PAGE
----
The top and final floor of the New Museum installation houses three separate viewing spaces for Ulisse: ECHO scan slide bottle (1998), the projection installation Sleeping on Glass (1999), and Ubu Tells the Truth (1997). Additional graphic works line the walls connecting the closed viewing spaces, allowing the drawings and prints to stand on their own.

Initially, after comparing the DC and New Museum installations, I felt that the strong connection between the drawings and prints that had been so effectively translated in DC was lost in the New Museum adaptation. However, after careful reconsideration, I recognised that Cameron's installation allows Kentridge's strength in each media to shine through. Also, Kentridge states that initially he felt the drawings were the art and were to be kept separate from the films. And sure, it is a lot to ask the average museum visitor to sit through eight films in one sitting. But you can be sure that the individuals who actually do so will walk away with an ability to connect characters, themes and reoccurring icons (both the obvious and the esoteric).

A noted commonality in both installations was the absence of extended label copy and timelines that tend to historically anchor artists. By abandoning over-simplified, "didactic" text, the curators have allowed visitors to experience common themes imbedded in Kentridge's work: issues of loyalty and loneliness, action and introspection, the teasing out of corrupt power structures, and larger human issues that seem rooted and local in almost every context. Furthermore, avoiding a directing narrative allows each viewer to find their own respective truths and connections with the art.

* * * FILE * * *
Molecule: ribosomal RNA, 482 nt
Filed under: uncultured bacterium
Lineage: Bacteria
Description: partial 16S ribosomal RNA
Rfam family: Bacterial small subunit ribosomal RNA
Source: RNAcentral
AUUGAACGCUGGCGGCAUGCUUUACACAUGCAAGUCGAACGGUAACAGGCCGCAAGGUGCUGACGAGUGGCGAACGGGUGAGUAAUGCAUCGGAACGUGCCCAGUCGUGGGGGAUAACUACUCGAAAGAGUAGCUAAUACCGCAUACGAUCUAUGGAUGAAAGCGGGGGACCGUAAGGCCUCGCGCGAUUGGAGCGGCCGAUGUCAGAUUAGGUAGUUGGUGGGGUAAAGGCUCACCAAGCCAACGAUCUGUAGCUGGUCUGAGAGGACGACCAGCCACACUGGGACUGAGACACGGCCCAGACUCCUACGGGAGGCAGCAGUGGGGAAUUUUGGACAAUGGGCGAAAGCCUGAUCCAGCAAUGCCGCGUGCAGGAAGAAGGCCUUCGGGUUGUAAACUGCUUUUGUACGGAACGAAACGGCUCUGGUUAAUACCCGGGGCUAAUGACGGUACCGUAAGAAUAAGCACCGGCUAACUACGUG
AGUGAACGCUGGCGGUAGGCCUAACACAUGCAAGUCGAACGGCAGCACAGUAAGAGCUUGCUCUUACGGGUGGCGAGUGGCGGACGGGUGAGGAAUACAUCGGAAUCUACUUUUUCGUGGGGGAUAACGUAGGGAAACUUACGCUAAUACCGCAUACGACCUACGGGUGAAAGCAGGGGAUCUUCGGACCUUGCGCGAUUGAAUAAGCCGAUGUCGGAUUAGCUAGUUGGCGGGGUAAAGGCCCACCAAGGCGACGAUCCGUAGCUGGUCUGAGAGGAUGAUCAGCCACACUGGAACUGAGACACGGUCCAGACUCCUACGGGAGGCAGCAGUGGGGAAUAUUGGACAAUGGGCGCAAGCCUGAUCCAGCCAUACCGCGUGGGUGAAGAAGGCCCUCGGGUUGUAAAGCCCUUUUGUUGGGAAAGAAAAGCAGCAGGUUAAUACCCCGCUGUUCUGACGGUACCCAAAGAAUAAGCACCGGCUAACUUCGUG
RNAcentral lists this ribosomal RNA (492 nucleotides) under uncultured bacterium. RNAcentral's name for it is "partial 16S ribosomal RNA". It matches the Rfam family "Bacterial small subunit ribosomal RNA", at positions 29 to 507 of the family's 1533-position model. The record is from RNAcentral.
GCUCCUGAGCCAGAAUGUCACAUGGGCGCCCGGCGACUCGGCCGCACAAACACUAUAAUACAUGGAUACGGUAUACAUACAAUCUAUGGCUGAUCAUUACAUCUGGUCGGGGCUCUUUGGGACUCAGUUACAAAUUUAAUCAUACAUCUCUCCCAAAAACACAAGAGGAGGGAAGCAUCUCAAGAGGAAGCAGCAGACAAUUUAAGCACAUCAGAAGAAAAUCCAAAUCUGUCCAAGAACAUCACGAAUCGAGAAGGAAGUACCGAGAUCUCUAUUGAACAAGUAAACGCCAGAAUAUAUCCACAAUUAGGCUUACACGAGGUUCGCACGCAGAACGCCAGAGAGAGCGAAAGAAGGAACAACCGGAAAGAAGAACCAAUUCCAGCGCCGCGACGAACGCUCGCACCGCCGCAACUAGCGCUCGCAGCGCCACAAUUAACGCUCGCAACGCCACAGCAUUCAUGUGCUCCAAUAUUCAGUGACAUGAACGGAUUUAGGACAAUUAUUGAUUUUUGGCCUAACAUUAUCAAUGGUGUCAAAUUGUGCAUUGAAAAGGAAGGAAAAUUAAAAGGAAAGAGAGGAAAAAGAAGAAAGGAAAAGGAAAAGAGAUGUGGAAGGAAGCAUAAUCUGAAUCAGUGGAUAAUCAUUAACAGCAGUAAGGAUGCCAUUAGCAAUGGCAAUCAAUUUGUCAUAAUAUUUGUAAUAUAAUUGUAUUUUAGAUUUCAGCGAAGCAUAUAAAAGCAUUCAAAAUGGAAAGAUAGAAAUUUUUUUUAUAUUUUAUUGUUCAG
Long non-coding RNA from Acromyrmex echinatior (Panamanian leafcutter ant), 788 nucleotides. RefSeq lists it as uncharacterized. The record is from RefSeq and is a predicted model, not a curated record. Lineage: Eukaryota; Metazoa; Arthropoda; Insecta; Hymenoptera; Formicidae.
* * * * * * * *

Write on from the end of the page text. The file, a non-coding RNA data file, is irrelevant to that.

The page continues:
Visitors who want to feed additional intellectual curiosities can do so by purchasing the exhibition catalogue, a William Kentridge: Drawing the Passing video, or David Krut's William Kentridge CD-ROM (all which are valuable resources and recommended purchases). Another opportunity for information was made available at the New Museum through a public conversation held between Dan Cameron and William Kentridge. In an open interview that encouraged questions from the public, Kentridge revealed sources and ideas that have motivated his works. Carefully evading several audience members' attempts to categorise his artistic expressions as products of his Jewish heritage, or sympathies of white-guilt in post-apartheid South Africa, Kentridge articulated the complexities surrounding the weight of Europe in Africa.

Laurie Ann Farrell is associate curator at the Museum for African Art, New York

The New Museum exhibition closes on September 16 2001, then travels to the following venues:

Museum of Contemporary Art, Chicago
October 20 2001 - January 20 2002

Contemporary Arts Museum, Houston
March 1 - May 5 2002

Los Angeles County Museum of Art, Los Angeles
July 21 - October 6 2002

South African National Gallery, Cape Town
December 7 2002 - March 23 2003